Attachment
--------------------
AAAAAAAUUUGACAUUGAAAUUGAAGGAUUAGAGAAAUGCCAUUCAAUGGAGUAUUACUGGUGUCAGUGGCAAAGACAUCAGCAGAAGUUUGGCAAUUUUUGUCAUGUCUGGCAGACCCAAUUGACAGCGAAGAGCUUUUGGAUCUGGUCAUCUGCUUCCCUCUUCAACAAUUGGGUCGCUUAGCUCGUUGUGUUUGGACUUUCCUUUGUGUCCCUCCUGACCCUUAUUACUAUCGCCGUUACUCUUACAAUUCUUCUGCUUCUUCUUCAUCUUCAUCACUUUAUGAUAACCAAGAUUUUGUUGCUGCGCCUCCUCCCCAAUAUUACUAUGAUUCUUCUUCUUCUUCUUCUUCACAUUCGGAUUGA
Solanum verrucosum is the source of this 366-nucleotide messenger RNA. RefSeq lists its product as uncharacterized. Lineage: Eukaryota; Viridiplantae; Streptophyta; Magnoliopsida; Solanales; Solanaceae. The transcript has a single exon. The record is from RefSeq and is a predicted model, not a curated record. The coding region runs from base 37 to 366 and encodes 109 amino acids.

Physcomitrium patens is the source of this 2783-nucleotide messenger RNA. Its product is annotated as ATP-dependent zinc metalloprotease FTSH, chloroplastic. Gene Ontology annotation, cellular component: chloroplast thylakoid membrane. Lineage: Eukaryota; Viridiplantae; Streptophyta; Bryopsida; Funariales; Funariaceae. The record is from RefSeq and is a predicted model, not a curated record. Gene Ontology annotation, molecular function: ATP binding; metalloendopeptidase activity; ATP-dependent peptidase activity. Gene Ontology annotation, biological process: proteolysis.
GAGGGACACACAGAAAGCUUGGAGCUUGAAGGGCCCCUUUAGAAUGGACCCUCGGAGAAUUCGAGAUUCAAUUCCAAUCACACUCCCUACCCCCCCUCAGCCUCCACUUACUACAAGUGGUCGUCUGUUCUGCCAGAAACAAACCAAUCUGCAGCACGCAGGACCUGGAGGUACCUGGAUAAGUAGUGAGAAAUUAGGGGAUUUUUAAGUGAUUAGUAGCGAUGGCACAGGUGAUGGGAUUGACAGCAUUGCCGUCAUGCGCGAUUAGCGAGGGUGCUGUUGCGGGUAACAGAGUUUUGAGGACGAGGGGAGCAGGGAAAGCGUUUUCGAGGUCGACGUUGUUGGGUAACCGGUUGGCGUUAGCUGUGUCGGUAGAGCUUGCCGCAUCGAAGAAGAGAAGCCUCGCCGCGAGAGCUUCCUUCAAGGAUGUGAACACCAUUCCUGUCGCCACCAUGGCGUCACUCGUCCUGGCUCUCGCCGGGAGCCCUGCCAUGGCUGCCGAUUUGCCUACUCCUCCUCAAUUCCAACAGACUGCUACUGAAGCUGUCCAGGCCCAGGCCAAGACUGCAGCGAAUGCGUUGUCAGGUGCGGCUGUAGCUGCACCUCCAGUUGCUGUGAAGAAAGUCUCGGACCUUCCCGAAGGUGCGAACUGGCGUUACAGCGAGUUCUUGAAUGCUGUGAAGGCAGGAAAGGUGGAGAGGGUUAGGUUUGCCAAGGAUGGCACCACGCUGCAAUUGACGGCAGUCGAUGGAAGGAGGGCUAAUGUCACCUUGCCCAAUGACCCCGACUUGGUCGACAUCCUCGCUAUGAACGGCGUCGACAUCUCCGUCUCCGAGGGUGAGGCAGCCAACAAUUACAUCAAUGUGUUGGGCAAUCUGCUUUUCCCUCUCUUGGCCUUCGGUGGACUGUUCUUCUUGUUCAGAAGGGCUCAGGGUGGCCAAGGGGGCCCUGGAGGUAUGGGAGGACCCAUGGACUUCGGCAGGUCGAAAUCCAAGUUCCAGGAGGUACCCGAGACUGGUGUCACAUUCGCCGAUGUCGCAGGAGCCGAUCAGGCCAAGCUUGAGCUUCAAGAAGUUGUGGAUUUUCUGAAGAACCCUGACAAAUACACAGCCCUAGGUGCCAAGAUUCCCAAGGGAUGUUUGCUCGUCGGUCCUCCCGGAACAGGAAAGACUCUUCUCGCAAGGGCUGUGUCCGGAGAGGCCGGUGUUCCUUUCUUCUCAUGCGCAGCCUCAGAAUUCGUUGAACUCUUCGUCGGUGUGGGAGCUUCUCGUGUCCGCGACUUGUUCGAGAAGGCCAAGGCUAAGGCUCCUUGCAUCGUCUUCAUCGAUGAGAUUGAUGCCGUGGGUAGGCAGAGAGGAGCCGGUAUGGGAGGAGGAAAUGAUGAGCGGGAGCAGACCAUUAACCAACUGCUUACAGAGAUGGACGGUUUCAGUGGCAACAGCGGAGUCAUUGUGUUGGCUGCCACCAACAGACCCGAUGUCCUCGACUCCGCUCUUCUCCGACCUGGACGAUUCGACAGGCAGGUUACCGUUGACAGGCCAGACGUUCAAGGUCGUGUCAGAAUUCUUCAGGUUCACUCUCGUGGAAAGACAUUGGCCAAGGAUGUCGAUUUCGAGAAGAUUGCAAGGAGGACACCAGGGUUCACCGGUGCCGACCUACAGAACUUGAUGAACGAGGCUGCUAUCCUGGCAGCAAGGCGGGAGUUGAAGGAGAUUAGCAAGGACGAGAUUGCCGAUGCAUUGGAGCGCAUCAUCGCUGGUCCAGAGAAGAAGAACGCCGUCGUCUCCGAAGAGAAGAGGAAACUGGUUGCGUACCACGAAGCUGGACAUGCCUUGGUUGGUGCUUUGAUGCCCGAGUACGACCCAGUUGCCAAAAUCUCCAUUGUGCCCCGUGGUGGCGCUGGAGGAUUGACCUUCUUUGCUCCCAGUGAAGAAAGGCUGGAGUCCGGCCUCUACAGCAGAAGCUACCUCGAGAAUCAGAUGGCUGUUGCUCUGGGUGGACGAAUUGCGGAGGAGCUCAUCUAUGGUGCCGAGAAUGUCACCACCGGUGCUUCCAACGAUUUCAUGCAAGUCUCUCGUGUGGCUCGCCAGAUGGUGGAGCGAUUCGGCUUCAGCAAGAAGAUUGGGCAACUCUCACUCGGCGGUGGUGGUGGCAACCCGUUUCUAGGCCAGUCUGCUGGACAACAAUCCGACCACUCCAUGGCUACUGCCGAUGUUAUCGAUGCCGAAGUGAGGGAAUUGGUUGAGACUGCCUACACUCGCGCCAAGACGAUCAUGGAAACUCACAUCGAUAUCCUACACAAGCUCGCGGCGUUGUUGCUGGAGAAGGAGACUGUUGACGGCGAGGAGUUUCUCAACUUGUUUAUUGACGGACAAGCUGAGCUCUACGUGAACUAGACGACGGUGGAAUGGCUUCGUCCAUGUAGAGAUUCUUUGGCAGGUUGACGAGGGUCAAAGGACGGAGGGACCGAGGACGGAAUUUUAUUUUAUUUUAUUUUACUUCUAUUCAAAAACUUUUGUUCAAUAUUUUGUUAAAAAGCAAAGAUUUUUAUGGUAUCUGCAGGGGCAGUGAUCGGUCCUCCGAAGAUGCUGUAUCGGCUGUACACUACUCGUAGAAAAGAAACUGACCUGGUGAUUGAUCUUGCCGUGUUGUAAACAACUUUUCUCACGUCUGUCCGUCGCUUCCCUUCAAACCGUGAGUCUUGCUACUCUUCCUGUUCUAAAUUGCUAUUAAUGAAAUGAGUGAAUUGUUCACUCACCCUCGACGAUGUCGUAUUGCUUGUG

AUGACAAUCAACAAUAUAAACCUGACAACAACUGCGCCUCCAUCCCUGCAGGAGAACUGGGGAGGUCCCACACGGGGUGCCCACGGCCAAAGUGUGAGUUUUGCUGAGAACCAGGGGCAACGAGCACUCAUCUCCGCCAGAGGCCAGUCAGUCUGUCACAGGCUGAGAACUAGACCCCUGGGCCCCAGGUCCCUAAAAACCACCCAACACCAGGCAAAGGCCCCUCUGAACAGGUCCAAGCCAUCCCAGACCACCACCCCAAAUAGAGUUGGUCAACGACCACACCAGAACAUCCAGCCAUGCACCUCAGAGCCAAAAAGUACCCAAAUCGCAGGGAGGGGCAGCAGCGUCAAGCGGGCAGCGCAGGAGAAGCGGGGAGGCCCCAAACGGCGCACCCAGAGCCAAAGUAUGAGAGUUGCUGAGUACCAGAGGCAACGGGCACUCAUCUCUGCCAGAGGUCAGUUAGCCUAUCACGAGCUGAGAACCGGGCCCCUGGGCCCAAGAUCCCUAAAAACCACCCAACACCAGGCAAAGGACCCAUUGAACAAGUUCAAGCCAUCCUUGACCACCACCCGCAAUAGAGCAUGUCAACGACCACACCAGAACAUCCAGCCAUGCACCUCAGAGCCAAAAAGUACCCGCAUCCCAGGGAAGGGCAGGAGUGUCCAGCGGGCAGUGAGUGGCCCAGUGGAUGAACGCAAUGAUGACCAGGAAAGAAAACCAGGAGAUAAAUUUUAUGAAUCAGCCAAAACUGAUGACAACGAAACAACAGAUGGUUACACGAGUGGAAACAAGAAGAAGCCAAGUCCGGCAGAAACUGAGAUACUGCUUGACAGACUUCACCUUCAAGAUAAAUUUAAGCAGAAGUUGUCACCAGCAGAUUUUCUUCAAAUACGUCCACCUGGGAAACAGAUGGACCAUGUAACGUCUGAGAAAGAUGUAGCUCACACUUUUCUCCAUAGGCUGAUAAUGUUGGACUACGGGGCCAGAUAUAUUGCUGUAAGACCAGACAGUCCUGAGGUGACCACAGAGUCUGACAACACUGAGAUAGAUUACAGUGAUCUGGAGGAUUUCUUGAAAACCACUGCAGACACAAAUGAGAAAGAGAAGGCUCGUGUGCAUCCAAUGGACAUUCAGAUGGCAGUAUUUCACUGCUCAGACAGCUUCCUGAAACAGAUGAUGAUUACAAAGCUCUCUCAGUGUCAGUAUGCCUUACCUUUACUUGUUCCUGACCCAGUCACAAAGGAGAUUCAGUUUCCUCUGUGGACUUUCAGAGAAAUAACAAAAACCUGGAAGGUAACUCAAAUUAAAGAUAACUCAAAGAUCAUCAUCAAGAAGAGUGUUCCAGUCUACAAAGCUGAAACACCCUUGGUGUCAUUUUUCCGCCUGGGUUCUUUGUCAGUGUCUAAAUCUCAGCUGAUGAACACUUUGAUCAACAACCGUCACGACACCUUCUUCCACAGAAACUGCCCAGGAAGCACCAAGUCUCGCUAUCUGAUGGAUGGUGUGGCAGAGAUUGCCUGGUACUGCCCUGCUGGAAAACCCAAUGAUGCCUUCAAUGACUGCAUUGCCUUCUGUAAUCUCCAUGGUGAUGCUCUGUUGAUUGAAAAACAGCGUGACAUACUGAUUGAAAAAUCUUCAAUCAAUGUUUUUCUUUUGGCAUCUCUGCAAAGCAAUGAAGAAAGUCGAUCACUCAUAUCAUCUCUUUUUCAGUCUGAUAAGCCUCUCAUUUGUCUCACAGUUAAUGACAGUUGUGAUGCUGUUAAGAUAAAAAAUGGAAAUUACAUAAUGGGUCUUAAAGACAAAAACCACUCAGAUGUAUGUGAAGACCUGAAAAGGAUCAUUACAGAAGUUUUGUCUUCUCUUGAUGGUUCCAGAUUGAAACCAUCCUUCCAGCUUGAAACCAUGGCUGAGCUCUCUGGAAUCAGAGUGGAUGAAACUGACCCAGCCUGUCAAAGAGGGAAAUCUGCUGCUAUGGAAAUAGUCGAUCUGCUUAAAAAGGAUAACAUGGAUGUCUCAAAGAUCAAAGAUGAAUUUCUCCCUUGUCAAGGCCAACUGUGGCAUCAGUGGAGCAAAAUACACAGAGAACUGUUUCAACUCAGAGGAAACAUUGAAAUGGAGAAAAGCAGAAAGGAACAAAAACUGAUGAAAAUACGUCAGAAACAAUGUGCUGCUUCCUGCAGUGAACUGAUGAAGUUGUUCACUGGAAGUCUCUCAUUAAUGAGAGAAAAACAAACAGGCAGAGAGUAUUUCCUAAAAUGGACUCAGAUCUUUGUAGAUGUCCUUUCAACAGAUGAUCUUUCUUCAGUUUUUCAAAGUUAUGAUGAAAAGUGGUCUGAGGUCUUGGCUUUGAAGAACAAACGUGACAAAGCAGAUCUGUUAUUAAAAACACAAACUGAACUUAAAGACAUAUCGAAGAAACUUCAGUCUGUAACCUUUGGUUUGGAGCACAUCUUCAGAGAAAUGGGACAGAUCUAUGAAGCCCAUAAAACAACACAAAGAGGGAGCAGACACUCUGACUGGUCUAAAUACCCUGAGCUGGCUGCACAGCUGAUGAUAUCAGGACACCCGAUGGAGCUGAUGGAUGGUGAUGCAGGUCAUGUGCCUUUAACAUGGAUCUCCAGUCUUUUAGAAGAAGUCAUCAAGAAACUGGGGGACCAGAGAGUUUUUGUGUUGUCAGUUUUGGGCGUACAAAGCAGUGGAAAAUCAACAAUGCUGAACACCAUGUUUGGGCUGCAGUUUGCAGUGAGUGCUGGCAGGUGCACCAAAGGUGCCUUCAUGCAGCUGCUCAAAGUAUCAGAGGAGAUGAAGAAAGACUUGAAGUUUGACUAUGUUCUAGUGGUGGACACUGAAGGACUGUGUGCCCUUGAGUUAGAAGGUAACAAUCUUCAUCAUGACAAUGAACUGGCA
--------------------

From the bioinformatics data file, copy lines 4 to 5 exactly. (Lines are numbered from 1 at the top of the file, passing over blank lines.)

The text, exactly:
GAGGGACACACAGAAAGCUUGGAGCUUGAAGGGCCCCUUUAGAAUGGACCCUCGGAGAAUUCGAGAUUCAAUUCCAAUCACACUCCCUACCCCCCCUCAGCCUCCACUUACUACAAGUGGUCGUCUGUUCUGCCAGAAACAAACCAAUCUGCAGCACGCAGGACCUGGAGGUACCUGGAUAAGUAGUGAGAAAUUAGGGGAUUUUUAAGUGAUUAGUAGCGAUGGCACAGGUGAUGGGAUUGACAGCAUUGCCGUCAUGCGCGAUUAGCGAGGGUGCUGUUGCGGGUAACAGAGUUUUGAGGACGAGGGGAGCAGGGAAAGCGUUUUCGAGGUCGACGUUGUUGGGUAACCGGUUGGCGUUAGCUGUGUCGGUAGAGCUUGCCGCAUCGAAGAAGAGAAGCCUCGCCGCGAGAGCUUCCUUCAAGGAUGUGAACACCAUUCCUGUCGCCACCAUGGCGUCACUCGUCCUGGCUCUCGCCGGGAGCCCUGCCAUGGCUGCCGAUUUGCCUACUCCUCCUCAAUUCCAACAGACUGCUACUGAAGCUGUCCAGGCCCAGGCCAAGACUGCAGCGAAUGCGUUGUCAGGUGCGGCUGUAGCUGCACCUCCAGUUGCUGUGAAGAAAGUCUCGGACCUUCCCGAAGGUGCGAACUGGCGUUACAGCGAGUUCUUGAAUGCUGUGAAGGCAGGAAAGGUGGAGAGGGUUAGGUUUGCCAAGGAUGGCACCACGCUGCAAUUGACGGCAGUCGAUGGAAGGAGGGCUAAUGUCACCUUGCCCAAUGACCCCGACUUGGUCGACAUCCUCGCUAUGAACGGCGUCGACAUCUCCGUCUCCGAGGGUGAGGCAGCCAACAAUUACAUCAAUGUGUUGGGCAAUCUGCUUUUCCCUCUCUUGGCCUUCGGUGGACUGUUCUUCUUGUUCAGAAGGGCUCAGGGUGGCCAAGGGGGCCCUGGAGGUAUGGGAGGACCCAUGGACUUCGGCAGGUCGAAAUCCAAGUUCCAGGAGGUACCCGAGACUGGUGUCACAUUCGCCGAUGUCGCAGGAGCCGAUCAGGCCAAGCUUGAGCUUCAAGAAGUUGUGGAUUUUCUGAAGAACCCUGACAAAUACACAGCCCUAGGUGCCAAGAUUCCCAAGGGAUGUUUGCUCGUCGGUCCUCCCGGAACAGGAAAGACUCUUCUCGCAAGGGCUGUGUCCGGAGAGGCCGGUGUUCCUUUCUUCUCAUGCGCAGCCUCAGAAUUCGUUGAACUCUUCGUCGGUGUGGGAGCUUCUCGUGUCCGCGACUUGUUCGAGAAGGCCAAGGCUAAGGCUCCUUGCAUCGUCUUCAUCGAUGAGAUUGAUGCCGUGGGUAGGCAGAGAGGAGCCGGUAUGGGAGGAGGAAAUGAUGAGCGGGAGCAGACCAUUAACCAACUGCUUACAGAGAUGGACGGUUUCAGUGGCAACAGCGGAGUCAUUGUGUUGGCUGCCACCAACAGACCCGAUGUCCUCGACUCCGCUCUUCUCCGACCUGGACGAUUCGACAGGCAGGUUACCGUUGACAGGCCAGACGUUCAAGGUCGUGUCAGAAUUCUUCAGGUUCACUCUCGUGGAAAGACAUUGGCCAAGGAUGUCGAUUUCGAGAAGAUUGCAAGGAGGACACCAGGGUUCACCGGUGCCGACCUACAGAACUUGAUGAACGAGGCUGCUAUCCUGGCAGCAAGGCGGGAGUUGAAGGAGAUUAGCAAGGACGAGAUUGCCGAUGCAUUGGAGCGCAUCAUCGCUGGUCCAGAGAAGAAGAACGCCGUCGUCUCCGAAGAGAAGAGGAAACUGGUUGCGUACCACGAAGCUGGACAUGCCUUGGUUGGUGCUUUGAUGCCCGAGUACGACCCAGUUGCCAAAAUCUCCAUUGUGCCCCGUGGUGGCGCUGGAGGAUUGACCUUCUUUGCUCCCAGUGAAGAAAGGCUGGAGUCCGGCCUCUACAGCAGAAGCUACCUCGAGAAUCAGAUGGCUGUUGCUCUGGGUGGACGAAUUGCGGAGGAGCUCAUCUAUGGUGCCGAGAAUGUCACCACCGGUGCUUCCAACGAUUUCAUGCAAGUCUCUCGUGUGGCUCGCCAGAUGGUGGAGCGAUUCGGCUUCAGCAAGAAGAUUGGGCAACUCUCACUCGGCGGUGGUGGUGGCAACCCGUUUCUAGGCCAGUCUGCUGGACAACAAUCCGACCACUCCAUGGCUACUGCCGAUGUUAUCGAUGCCGAAGUGAGGGAAUUGGUUGAGACUGCCUACACUCGCGCCAAGACGAUCAUGGAAACUCACAUCGAUAUCCUACACAAGCUCGCGGCGUUGUUGCUGGAGAAGGAGACUGUUGACGGCGAGGAGUUUCUCAACUUGUUUAUUGACGGACAAGCUGAGCUCUACGUGAACUAGACGACGGUGGAAUGGCUUCGUCCAUGUAGAGAUUCUUUGGCAGGUUGACGAGGGUCAAAGGACGGAGGGACCGAGGACGGAAUUUUAUUUUAUUUUAUUUUACUUCUAUUCAAAAACUUUUGUUCAAUAUUUUGUUAAAAAGCAAAGAUUUUUAUGGUAUCUGCAGGGGCAGUGAUCGGUCCUCCGAAGAUGCUGUAUCGGCUGUACACUACUCGUAGAAAAGAAACUGACCUGGUGAUUGAUCUUGCCGUGUUGUAAACAACUUUUCUCACGUCUGUCCGUCGCUUCCCUUCAAACCGUGAGUCUUGCUACUCUUCCUGUUCUAAAUUGCUAUUAAUGAAAUGAGUGAAUUGUUCACUCACCCUCGACGAUGUCGUAUUGCUUGUG

AUGACAAUCAACAAUAUAAACCUGACAACAACUGCGCCUCCAUCCCUGCAGGAGAACUGGGGAGGUCCCACACGGGGUGCCCACGGCCAAAGUGUGAGUUUUGCUGAGAACCAGGGGCAACGAGCACUCAUCUCCGCCAGAGGCCAGUCAGUCUGUCACAGGCUGAGAACUAGACCCCUGGGCCCCAGGUCCCUAAAAACCACCCAACACCAGGCAAAGGCCCCUCUGAACAGGUCCAAGCCAUCCCAGACCACCACCCCAAAUAGAGUUGGUCAACGACCACACCAGAACAUCCAGCCAUGCACCUCAGAGCCAAAAAGUACCCAAAUCGCAGGGAGGGGCAGCAGCGUCAAGCGGGCAGCGCAGGAGAAGCGGGGAGGCCCCAAACGGCGCACCCAGAGCCAAAGUAUGAGAGUUGCUGAGUACCAGAGGCAACGGGCACUCAUCUCUGCCAGAGGUCAGUUAGCCUAUCACGAGCUGAGAACCGGGCCCCUGGGCCCAAGAUCCCUAAAAACCACCCAACACCAGGCAAAGGACCCAUUGAACAAGUUCAAGCCAUCCUUGACCACCACCCGCAAUAGAGCAUGUCAACGACCACACCAGAACAUCCAGCCAUGCACCUCAGAGCCAAAAAGUACCCGCAUCCCAGGGAAGGGCAGGAGUGUCCAGCGGGCAGUGAGUGGCCCAGUGGAUGAACGCAAUGAUGACCAGGAAAGAAAACCAGGAGAUAAAUUUUAUGAAUCAGCCAAAACUGAUGACAACGAAACAACAGAUGGUUACACGAGUGGAAACAAGAAGAAGCCAAGUCCGGCAGAAACUGAGAUACUGCUUGACAGACUUCACCUUCAAGAUAAAUUUAAGCAGAAGUUGUCACCAGCAGAUUUUCUUCAAAUACGUCCACCUGGGAAACAGAUGGACCAUGUAACGUCUGAGAAAGAUGUAGCUCACACUUUUCUCCAUAGGCUGAUAAUGUUGGACUACGGGGCCAGAUAUAUUGCUGUAAGACCAGACAGUCCUGAGGUGACCACAGAGUCUGACAACACUGAGAUAGAUUACAGUGAUCUGGAGGAUUUCUUGAAAACCACUGCAGACACAAAUGAGAAAGAGAAGGCUCGUGUGCAUCCAAUGGACAUUCAGAUGGCAGUAUUUCACUGCUCAGACAGCUUCCUGAAACAGAUGAUGAUUACAAAGCUCUCUCAGUGUCAGUAUGCCUUACCUUUACUUGUUCCUGACCCAGUCACAAAGGAGAUUCAGUUUCCUCUGUGGACUUUCAGAGAAAUAACAAAAACCUGGAAGGUAACUCAAAUUAAAGAUAACUCAAAGAUCAUCAUCAAGAAGAGUGUUCCAGUCUACAAAGCUGAAACACCCUUGGUGUCAUUUUUCCGCCUGGGUUCUUUGUCAGUGUCUAAAUCUCAGCUGAUGAACACUUUGAUCAACAACCGUCACGACACCUUCUUCCACAGAAACUGCCCAGGAAGCACCAAGUCUCGCUAUCUGAUGGAUGGUGUGGCAGAGAUUGCCUGGUACUGCCCUGCUGGAAAACCCAAUGAUGCCUUCAAUGACUGCAUUGCCUUCUGUAAUCUCCAUGGUGAUGCUCUGUUGAUUGAAAAACAGCGUGACAUACUGAUUGAAAAAUCUUCAAUCAAUGUUUUUCUUUUGGCAUCUCUGCAAAGCAAUGAAGAAAGUCGAUCACUCAUAUCAUCUCUUUUUCAGUCUGAUAAGCCUCUCAUUUGUCUCACAGUUAAUGACAGUUGUGAUGCUGUUAAGAUAAAAAAUGGAAAUUACAUAAUGGGUCUUAAAGACAAAAACCACUCAGAUGUAUGUGAAGACCUGAAAAGGAUCAUUACAGAAGUUUUGUCUUCUCUUGAUGGUUCCAGAUUGAAACCAUCCUUCCAGCUUGAAACCAUGGCUGAGCUCUCUGGAAUCAGAGUGGAUGAAACUGACCCAGCCUGUCAAAGAGGGAAAUCUGCUGCUAUGGAAAUAGUCGAUCUGCUUAAAAAGGAUAACAUGGAUGUCUCAAAGAUCAAAGAUGAAUUUCUCCCUUGUCAAGGCCAACUGUGGCAUCAGUGGAGCAAAAUACACAGAGAACUGUUUCAACUCAGAGGAAACAUUGAAAUGGAGAAAAGCAGAAAGGAACAAAAACUGAUGAAAAUACGUCAGAAACAAUGUGCUGCUUCCUGCAGUGAACUGAUGAAGUUGUUCACUGGAAGUCUCUCAUUAAUGAGAGAAAAACAAACAGGCAGAGAGUAUUUCCUAAAAUGGACUCAGAUCUUUGUAGAUGUCCUUUCAACAGAUGAUCUUUCUUCAGUUUUUCAAAGUUAUGAUGAAAAGUGGUCUGAGGUCUUGGCUUUGAAGAACAAACGUGACAAAGCAGAUCUGUUAUUAAAAACACAAACUGAACUUAAAGACAUAUCGAAGAAACUUCAGUCUGUAACCUUUGGUUUGGAGCACAUCUUCAGAGAAAUGGGACAGAUCUAUGAAGCCCAUAAAACAACACAAAGAGGGAGCAGACACUCUGACUGGUCUAAAUACCCUGAGCUGGCUGCACAGCUGAUGAUAUCAGGACACCCGAUGGAGCUGAUGGAUGGUGAUGCAGGUCAUGUGCCUUUAACAUGGAUCUCCAGUCUUUUAGAAGAAGUCAUCAAGAAACUGGGGGACCAGAGAGUUUUUGUGUUGUCAGUUUUGGGCGUACAAAGCAGUGGAAAAUCAACAAUGCUGAACACCAUGUUUGGGCUGCAGUUUGCAGUGAGUGCUGGCAGGUGCACCAAAGGUGCCUUCAUGCAGCUGCUCAAAGUAUCAGAGGAGAUGAAGAAAGACUUGAAGUUUGACUAUGUUCUAGUGGUGGACACUGAAGGACUGUGUGCCCUUGAGUUAGAAGGUAACAAUCUUCAUCAUGACAAUGAACUGGCA